What’s New: Nov-Dec 2023

Published Categorized as News

New Compensation Duties – Effective January 1, 2024

The big news is that the two final provisions of Bill 41 will come into effect on January 1, 2024.  These are: 

  • Duty to  Cooperate (s. 154.2) – applies to all injured workers and all employers, for the life of the claim. 
  • Duty to Maintain Employment (s. 154.3) – applies to 
  • Most Workers (with some exceptions) who
    • Have worked for the employer for 12 months or longer at the time of injury; and 
    • Have not been absent from the workplace due to their injury for more than 2 years. 
  • Employers who have more than 20 workers 

Board policies about these new duties have not yet been published, although draft policies were issued for policy consultations. The new legislation and these draft policies are set out in the Board’s Discussion Paper on “Return to Work Obligations: Duty to Cooperate and Duty to Maintain Employment”, (September 1, 2023)

In the meantime, the following materials may assist in introducing the likely impact of these new duties on injured workers. 

Further materials and guidelines will be available once the Board has published its policies and Practice Directives in this area.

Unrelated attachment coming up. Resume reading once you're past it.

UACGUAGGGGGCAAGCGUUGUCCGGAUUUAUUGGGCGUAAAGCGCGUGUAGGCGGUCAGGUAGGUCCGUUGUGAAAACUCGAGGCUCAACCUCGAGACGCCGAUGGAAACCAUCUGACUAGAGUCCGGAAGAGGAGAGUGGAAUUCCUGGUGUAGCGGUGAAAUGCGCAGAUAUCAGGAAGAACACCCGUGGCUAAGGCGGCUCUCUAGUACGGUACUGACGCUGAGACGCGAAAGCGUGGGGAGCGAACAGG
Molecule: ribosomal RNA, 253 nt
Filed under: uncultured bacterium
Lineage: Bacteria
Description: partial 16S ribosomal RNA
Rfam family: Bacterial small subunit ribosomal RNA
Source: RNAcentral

Advocates and Updates

  • A long-time worker advocate, Merrill O’Donnell, will be retiring as of December 14, 2023.  Merrill has represented many injured workers for the B.C. Building Trades as well as advancing the interests of all injured workers with his submissions and policy work. He speaks for many when he writes: 

    “…what I hold to be the greatest benefit …is my key role:  representing and taking care of our injured workers.  In addition to advocating for them on concrete matters, I have taken the time to listen to empathize with the myriad aches and pains, their physical and severe mental impairments, their financial and sometimes intimately personal daily struggles.  This has been my heaviest burden but also the source of my greatest victories and fondest memories.  Without our office many workers would not succeed on appeal or get a “fair shake” at the Board….But it is equally important for unionized workers, especially when they get injured and are at their lowest ebb, to know that they are part of a larger brotherhood and sisterhood who care about them. 

    A sample of Merrill’s “big picture” advocacy includes his last article: Business Community Resistance to Pro-worker WCB Changes.

    Best wishes, Merrill!

  • Rolf Harrison, a long-term WCB advocate and lawyer, will be leaving Harrison O’Leary to take over as the WCB Advocate for the B.C. Building Trades. His partner, Sarah O’Leary, is supportive of his move. Sarah will continue to practice compensation law as a sole practitioner and she may be reached at her new email address: sarah@olearylaw.ca.